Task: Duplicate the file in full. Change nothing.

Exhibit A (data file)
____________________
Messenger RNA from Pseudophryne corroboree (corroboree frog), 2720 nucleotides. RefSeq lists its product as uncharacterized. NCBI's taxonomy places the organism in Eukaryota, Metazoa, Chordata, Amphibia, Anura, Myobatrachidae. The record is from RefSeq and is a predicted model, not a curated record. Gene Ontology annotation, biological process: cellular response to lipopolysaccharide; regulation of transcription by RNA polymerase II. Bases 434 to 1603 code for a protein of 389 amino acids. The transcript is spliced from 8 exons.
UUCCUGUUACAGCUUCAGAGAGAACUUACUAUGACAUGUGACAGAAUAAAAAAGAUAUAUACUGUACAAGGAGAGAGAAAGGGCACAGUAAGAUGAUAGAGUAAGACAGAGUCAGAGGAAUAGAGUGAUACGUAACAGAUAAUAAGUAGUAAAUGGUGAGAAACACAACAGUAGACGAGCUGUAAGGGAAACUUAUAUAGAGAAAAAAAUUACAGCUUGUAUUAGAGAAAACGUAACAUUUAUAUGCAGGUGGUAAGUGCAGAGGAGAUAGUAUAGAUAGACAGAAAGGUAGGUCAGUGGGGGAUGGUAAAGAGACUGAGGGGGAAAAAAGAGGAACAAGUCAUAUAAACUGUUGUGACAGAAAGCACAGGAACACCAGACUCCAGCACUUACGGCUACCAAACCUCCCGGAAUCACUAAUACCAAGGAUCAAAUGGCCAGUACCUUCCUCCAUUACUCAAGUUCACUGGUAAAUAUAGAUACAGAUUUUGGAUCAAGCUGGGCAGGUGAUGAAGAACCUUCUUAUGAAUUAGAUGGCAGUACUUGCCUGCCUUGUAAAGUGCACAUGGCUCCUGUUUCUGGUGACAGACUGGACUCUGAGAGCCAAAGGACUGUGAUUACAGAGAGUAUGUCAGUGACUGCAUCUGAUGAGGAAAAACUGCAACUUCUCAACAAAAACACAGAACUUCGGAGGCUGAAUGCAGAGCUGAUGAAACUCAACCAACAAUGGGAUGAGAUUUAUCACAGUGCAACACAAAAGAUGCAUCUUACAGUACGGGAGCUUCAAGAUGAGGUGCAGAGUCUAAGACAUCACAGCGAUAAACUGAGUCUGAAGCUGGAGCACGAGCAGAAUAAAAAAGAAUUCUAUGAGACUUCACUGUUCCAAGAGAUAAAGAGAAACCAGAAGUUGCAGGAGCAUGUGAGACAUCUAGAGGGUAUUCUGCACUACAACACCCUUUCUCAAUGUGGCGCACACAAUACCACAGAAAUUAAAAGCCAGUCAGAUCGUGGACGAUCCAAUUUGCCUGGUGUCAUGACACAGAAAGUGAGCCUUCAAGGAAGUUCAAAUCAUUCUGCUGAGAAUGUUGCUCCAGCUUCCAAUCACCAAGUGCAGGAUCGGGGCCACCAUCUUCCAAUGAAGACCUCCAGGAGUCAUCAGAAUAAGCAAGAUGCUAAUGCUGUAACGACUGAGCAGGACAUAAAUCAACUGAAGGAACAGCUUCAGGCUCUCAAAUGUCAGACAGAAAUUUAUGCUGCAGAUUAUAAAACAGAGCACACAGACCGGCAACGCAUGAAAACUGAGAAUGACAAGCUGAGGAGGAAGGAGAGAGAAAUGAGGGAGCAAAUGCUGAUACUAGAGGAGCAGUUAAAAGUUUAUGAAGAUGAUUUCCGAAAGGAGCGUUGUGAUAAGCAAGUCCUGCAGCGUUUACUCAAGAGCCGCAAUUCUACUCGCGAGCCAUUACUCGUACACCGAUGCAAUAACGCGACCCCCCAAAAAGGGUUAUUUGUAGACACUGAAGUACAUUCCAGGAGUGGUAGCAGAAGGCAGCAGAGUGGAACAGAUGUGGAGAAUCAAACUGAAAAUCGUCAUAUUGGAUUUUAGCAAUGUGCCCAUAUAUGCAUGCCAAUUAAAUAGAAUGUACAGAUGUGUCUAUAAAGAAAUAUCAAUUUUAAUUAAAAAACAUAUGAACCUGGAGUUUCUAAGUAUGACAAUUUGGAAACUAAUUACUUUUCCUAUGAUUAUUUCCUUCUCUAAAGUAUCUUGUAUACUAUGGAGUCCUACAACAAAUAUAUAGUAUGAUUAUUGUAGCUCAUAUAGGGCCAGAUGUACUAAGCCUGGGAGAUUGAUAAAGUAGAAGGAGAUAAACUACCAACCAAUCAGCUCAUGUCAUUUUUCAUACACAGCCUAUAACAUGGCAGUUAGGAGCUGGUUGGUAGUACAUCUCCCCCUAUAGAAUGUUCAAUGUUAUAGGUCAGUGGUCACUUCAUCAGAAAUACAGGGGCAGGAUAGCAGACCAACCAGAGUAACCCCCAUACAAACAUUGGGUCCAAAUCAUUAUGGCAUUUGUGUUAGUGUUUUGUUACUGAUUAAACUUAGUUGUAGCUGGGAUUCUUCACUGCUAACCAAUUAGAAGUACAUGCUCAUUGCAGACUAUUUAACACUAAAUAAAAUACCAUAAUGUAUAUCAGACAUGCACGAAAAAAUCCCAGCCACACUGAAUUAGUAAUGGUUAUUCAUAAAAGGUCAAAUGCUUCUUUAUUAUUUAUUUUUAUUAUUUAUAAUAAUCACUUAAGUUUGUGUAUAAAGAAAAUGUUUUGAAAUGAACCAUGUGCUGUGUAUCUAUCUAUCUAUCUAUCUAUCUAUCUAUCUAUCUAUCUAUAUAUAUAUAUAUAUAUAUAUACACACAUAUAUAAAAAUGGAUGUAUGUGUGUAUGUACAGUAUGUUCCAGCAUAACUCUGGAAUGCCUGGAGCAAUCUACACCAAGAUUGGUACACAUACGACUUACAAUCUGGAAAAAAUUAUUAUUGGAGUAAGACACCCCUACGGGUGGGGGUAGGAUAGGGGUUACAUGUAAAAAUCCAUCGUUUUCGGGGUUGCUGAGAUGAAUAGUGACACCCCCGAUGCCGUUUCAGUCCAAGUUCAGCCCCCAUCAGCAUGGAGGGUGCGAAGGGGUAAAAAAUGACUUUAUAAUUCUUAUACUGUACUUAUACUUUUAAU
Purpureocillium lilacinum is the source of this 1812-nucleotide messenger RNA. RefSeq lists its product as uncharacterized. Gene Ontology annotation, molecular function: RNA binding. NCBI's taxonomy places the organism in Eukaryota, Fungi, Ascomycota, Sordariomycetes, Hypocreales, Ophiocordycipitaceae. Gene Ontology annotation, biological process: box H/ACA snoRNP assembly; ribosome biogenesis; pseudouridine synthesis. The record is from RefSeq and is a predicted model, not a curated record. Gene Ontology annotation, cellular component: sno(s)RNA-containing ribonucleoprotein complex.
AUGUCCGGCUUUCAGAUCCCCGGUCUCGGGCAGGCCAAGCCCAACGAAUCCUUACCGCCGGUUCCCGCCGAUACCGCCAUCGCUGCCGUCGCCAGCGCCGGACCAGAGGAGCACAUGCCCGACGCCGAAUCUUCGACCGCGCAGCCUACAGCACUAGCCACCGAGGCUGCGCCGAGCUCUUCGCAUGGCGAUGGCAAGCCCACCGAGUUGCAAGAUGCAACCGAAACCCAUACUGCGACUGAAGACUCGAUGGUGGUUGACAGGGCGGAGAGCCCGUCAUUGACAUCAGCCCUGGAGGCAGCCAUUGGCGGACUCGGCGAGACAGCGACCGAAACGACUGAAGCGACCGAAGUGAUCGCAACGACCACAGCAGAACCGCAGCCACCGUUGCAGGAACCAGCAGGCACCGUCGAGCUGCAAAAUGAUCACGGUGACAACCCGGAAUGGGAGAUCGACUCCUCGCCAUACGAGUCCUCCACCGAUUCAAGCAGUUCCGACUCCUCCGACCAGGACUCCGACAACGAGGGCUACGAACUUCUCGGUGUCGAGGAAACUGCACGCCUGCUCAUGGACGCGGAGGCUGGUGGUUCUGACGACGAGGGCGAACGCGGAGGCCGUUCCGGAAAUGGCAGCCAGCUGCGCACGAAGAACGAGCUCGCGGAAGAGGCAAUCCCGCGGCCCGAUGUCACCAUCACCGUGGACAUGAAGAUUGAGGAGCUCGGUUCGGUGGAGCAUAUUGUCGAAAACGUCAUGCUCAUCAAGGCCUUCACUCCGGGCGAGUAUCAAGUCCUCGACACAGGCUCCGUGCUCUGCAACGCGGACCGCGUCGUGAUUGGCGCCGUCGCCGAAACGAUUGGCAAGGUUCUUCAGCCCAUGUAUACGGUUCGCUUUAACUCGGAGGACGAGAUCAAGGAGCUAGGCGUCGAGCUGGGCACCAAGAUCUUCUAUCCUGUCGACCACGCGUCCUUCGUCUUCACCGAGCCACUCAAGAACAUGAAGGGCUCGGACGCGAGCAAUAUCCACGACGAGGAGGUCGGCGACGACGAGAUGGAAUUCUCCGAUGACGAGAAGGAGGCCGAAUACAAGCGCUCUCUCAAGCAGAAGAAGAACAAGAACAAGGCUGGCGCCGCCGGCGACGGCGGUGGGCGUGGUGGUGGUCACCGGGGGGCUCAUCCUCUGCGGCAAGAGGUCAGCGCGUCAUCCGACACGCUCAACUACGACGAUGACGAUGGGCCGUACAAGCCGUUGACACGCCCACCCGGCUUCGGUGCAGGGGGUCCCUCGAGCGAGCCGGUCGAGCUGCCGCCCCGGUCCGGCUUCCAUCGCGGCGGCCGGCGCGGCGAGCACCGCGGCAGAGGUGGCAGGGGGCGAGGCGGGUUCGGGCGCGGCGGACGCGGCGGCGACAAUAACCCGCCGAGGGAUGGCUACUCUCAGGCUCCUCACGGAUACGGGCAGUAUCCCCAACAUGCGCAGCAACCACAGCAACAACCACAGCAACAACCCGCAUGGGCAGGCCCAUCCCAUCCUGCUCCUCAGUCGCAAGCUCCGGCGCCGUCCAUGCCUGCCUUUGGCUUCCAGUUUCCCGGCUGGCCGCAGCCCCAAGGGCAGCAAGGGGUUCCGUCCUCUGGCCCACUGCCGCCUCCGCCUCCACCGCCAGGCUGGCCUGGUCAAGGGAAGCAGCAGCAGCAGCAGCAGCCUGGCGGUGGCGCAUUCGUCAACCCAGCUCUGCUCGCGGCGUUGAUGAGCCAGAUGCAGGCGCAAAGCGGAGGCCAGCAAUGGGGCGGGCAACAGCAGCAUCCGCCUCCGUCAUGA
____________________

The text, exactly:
Messenger RNA from Pseudophryne corroboree (corroboree frog), 2720 nucleotides. RefSeq lists its product as uncharacterized. NCBI's taxonomy places the organism in Eukaryota, Metazoa, Chordata, Amphibia, Anura, Myobatrachidae. The record is from RefSeq and is a predicted model, not a curated record. Gene Ontology annotation, biological process: cellular response to lipopolysaccharide; regulation of transcription by RNA polymerase II. Bases 434 to 1603 code for a protein of 389 amino acids. The transcript is spliced from 8 exons.
UUCCUGUUACAGCUUCAGAGAGAACUUACUAUGACAUGUGACAGAAUAAAAAAGAUAUAUACUGUACAAGGAGAGAGAAAGGGCACAGUAAGAUGAUAGAGUAAGACAGAGUCAGAGGAAUAGAGUGAUACGUAACAGAUAAUAAGUAGUAAAUGGUGAGAAACACAACAGUAGACGAGCUGUAAGGGAAACUUAUAUAGAGAAAAAAAUUACAGCUUGUAUUAGAGAAAACGUAACAUUUAUAUGCAGGUGGUAAGUGCAGAGGAGAUAGUAUAGAUAGACAGAAAGGUAGGUCAGUGGGGGAUGGUAAAGAGACUGAGGGGGAAAAAAGAGGAACAAGUCAUAUAAACUGUUGUGACAGAAAGCACAGGAACACCAGACUCCAGCACUUACGGCUACCAAACCUCCCGGAAUCACUAAUACCAAGGAUCAAAUGGCCAGUACCUUCCUCCAUUACUCAAGUUCACUGGUAAAUAUAGAUACAGAUUUUGGAUCAAGCUGGGCAGGUGAUGAAGAACCUUCUUAUGAAUUAGAUGGCAGUACUUGCCUGCCUUGUAAAGUGCACAUGGCUCCUGUUUCUGGUGACAGACUGGACUCUGAGAGCCAAAGGACUGUGAUUACAGAGAGUAUGUCAGUGACUGCAUCUGAUGAGGAAAAACUGCAACUUCUCAACAAAAACACAGAACUUCGGAGGCUGAAUGCAGAGCUGAUGAAACUCAACCAACAAUGGGAUGAGAUUUAUCACAGUGCAACACAAAAGAUGCAUCUUACAGUACGGGAGCUUCAAGAUGAGGUGCAGAGUCUAAGACAUCACAGCGAUAAACUGAGUCUGAAGCUGGAGCACGAGCAGAAUAAAAAAGAAUUCUAUGAGACUUCACUGUUCCAAGAGAUAAAGAGAAACCAGAAGUUGCAGGAGCAUGUGAGACAUCUAGAGGGUAUUCUGCACUACAACACCCUUUCUCAAUGUGGCGCACACAAUACCACAGAAAUUAAAAGCCAGUCAGAUCGUGGACGAUCCAAUUUGCCUGGUGUCAUGACACAGAAAGUGAGCCUUCAAGGAAGUUCAAAUCAUUCUGCUGAGAAUGUUGCUCCAGCUUCCAAUCACCAAGUGCAGGAUCGGGGCCACCAUCUUCCAAUGAAGACCUCCAGGAGUCAUCAGAAUAAGCAAGAUGCUAAUGCUGUAACGACUGAGCAGGACAUAAAUCAACUGAAGGAACAGCUUCAGGCUCUCAAAUGUCAGACAGAAAUUUAUGCUGCAGAUUAUAAAACAGAGCACACAGACCGGCAACGCAUGAAAACUGAGAAUGACAAGCUGAGGAGGAAGGAGAGAGAAAUGAGGGAGCAAAUGCUGAUACUAGAGGAGCAGUUAAAAGUUUAUGAAGAUGAUUUCCGAAAGGAGCGUUGUGAUAAGCAAGUCCUGCAGCGUUUACUCAAGAGCCGCAAUUCUACUCGCGAGCCAUUACUCGUACACCGAUGCAAUAACGCGACCCCCCAAAAAGGGUUAUUUGUAGACACUGAAGUACAUUCCAGGAGUGGUAGCAGAAGGCAGCAGAGUGGAACAGAUGUGGAGAAUCAAACUGAAAAUCGUCAUAUUGGAUUUUAGCAAUGUGCCCAUAUAUGCAUGCCAAUUAAAUAGAAUGUACAGAUGUGUCUAUAAAGAAAUAUCAAUUUUAAUUAAAAAACAUAUGAACCUGGAGUUUCUAAGUAUGACAAUUUGGAAACUAAUUACUUUUCCUAUGAUUAUUUCCUUCUCUAAAGUAUCUUGUAUACUAUGGAGUCCUACAACAAAUAUAUAGUAUGAUUAUUGUAGCUCAUAUAGGGCCAGAUGUACUAAGCCUGGGAGAUUGAUAAAGUAGAAGGAGAUAAACUACCAACCAAUCAGCUCAUGUCAUUUUUCAUACACAGCCUAUAACAUGGCAGUUAGGAGCUGGUUGGUAGUACAUCUCCCCCUAUAGAAUGUUCAAUGUUAUAGGUCAGUGGUCACUUCAUCAGAAAUACAGGGGCAGGAUAGCAGACCAACCAGAGUAACCCCCAUACAAACAUUGGGUCCAAAUCAUUAUGGCAUUUGUGUUAGUGUUUUGUUACUGAUUAAACUUAGUUGUAGCUGGGAUUCUUCACUGCUAACCAAUUAGAAGUACAUGCUCAUUGCAGACUAUUUAACACUAAAUAAAAUACCAUAAUGUAUAUCAGACAUGCACGAAAAAAUCCCAGCCACACUGAAUUAGUAAUGGUUAUUCAUAAAAGGUCAAAUGCUUCUUUAUUAUUUAUUUUUAUUAUUUAUAAUAAUCACUUAAGUUUGUGUAUAAAGAAAAUGUUUUGAAAUGAACCAUGUGCUGUGUAUCUAUCUAUCUAUCUAUCUAUCUAUCUAUCUAUCUAUCUAUAUAUAUAUAUAUAUAUAUAUACACACAUAUAUAAAAAUGGAUGUAUGUGUGUAUGUACAGUAUGUUCCAGCAUAACUCUGGAAUGCCUGGAGCAAUCUACACCAAGAUUGGUACACAUACGACUUACAAUCUGGAAAAAAUUAUUAUUGGAGUAAGACACCCCUACGGGUGGGGGUAGGAUAGGGGUUACAUGUAAAAAUCCAUCGUUUUCGGGGUUGCUGAGAUGAAUAGUGACACCCCCGAUGCCGUUUCAGUCCAAGUUCAGCCCCCAUCAGCAUGGAGGGUGCGAAGGGGUAAAAAAUGACUUUAUAAUUCUUAUACUGUACUUAUACUUUUAAU
Purpureocillium lilacinum is the source of this 1812-nucleotide messenger RNA. RefSeq lists its product as uncharacterized. Gene Ontology annotation, molecular function: RNA binding. NCBI's taxonomy places the organism in Eukaryota, Fungi, Ascomycota, Sordariomycetes, Hypocreales, Ophiocordycipitaceae. Gene Ontology annotation, biological process: box H/ACA snoRNP assembly; ribosome biogenesis; pseudouridine synthesis. The record is from RefSeq and is a predicted model, not a curated record. Gene Ontology annotation, cellular component: sno(s)RNA-containing ribonucleoprotein complex.
AUGUCCGGCUUUCAGAUCCCCGGUCUCGGGCAGGCCAAGCCCAACGAAUCCUUACCGCCGGUUCCCGCCGAUACCGCCAUCGCUGCCGUCGCCAGCGCCGGACCAGAGGAGCACAUGCCCGACGCCGAAUCUUCGACCGCGCAGCCUACAGCACUAGCCACCGAGGCUGCGCCGAGCUCUUCGCAUGGCGAUGGCAAGCCCACCGAGUUGCAAGAUGCAACCGAAACCCAUACUGCGACUGAAGACUCGAUGGUGGUUGACAGGGCGGAGAGCCCGUCAUUGACAUCAGCCCUGGAGGCAGCCAUUGGCGGACUCGGCGAGACAGCGACCGAAACGACUGAAGCGACCGAAGUGAUCGCAACGACCACAGCAGAACCGCAGCCACCGUUGCAGGAACCAGCAGGCACCGUCGAGCUGCAAAAUGAUCACGGUGACAACCCGGAAUGGGAGAUCGACUCCUCGCCAUACGAGUCCUCCACCGAUUCAAGCAGUUCCGACUCCUCCGACCAGGACUCCGACAACGAGGGCUACGAACUUCUCGGUGUCGAGGAAACUGCACGCCUGCUCAUGGACGCGGAGGCUGGUGGUUCUGACGACGAGGGCGAACGCGGAGGCCGUUCCGGAAAUGGCAGCCAGCUGCGCACGAAGAACGAGCUCGCGGAAGAGGCAAUCCCGCGGCCCGAUGUCACCAUCACCGUGGACAUGAAGAUUGAGGAGCUCGGUUCGGUGGAGCAUAUUGUCGAAAACGUCAUGCUCAUCAAGGCCUUCACUCCGGGCGAGUAUCAAGUCCUCGACACAGGCUCCGUGCUCUGCAACGCGGACCGCGUCGUGAUUGGCGCCGUCGCCGAAACGAUUGGCAAGGUUCUUCAGCCCAUGUAUACGGUUCGCUUUAACUCGGAGGACGAGAUCAAGGAGCUAGGCGUCGAGCUGGGCACCAAGAUCUUCUAUCCUGUCGACCACGCGUCCUUCGUCUUCACCGAGCCACUCAAGAACAUGAAGGGCUCGGACGCGAGCAAUAUCCACGACGAGGAGGUCGGCGACGACGAGAUGGAAUUCUCCGAUGACGAGAAGGAGGCCGAAUACAAGCGCUCUCUCAAGCAGAAGAAGAACAAGAACAAGGCUGGCGCCGCCGGCGACGGCGGUGGGCGUGGUGGUGGUCACCGGGGGGCUCAUCCUCUGCGGCAAGAGGUCAGCGCGUCAUCCGACACGCUCAACUACGACGAUGACGAUGGGCCGUACAAGCCGUUGACACGCCCACCCGGCUUCGGUGCAGGGGGUCCCUCGAGCGAGCCGGUCGAGCUGCCGCCCCGGUCCGGCUUCCAUCGCGGCGGCCGGCGCGGCGAGCACCGCGGCAGAGGUGGCAGGGGGCGAGGCGGGUUCGGGCGCGGCGGACGCGGCGGCGACAAUAACCCGCCGAGGGAUGGCUACUCUCAGGCUCCUCACGGAUACGGGCAGUAUCCCCAACAUGCGCAGCAACCACAGCAACAACCACAGCAACAACCCGCAUGGGCAGGCCCAUCCCAUCCUGCUCCUCAGUCGCAAGCUCCGGCGCCGUCCAUGCCUGCCUUUGGCUUCCAGUUUCCCGGCUGGCCGCAGCCCCAAGGGCAGCAAGGGGUUCCGUCCUCUGGCCCACUGCCGCCUCCGCCUCCACCGCCAGGCUGGCCUGGUCAAGGGAAGCAGCAGCAGCAGCAGCAGCCUGGCGGUGGCGCAUUCGUCAACCCAGCUCUGCUCGCGGCGUUGAUGAGCCAGAUGCAGGCGCAAAGCGGAGGCCAGCAAUGGGGCGGGCAACAGCAGCAUCCGCCUCCGUCAUGA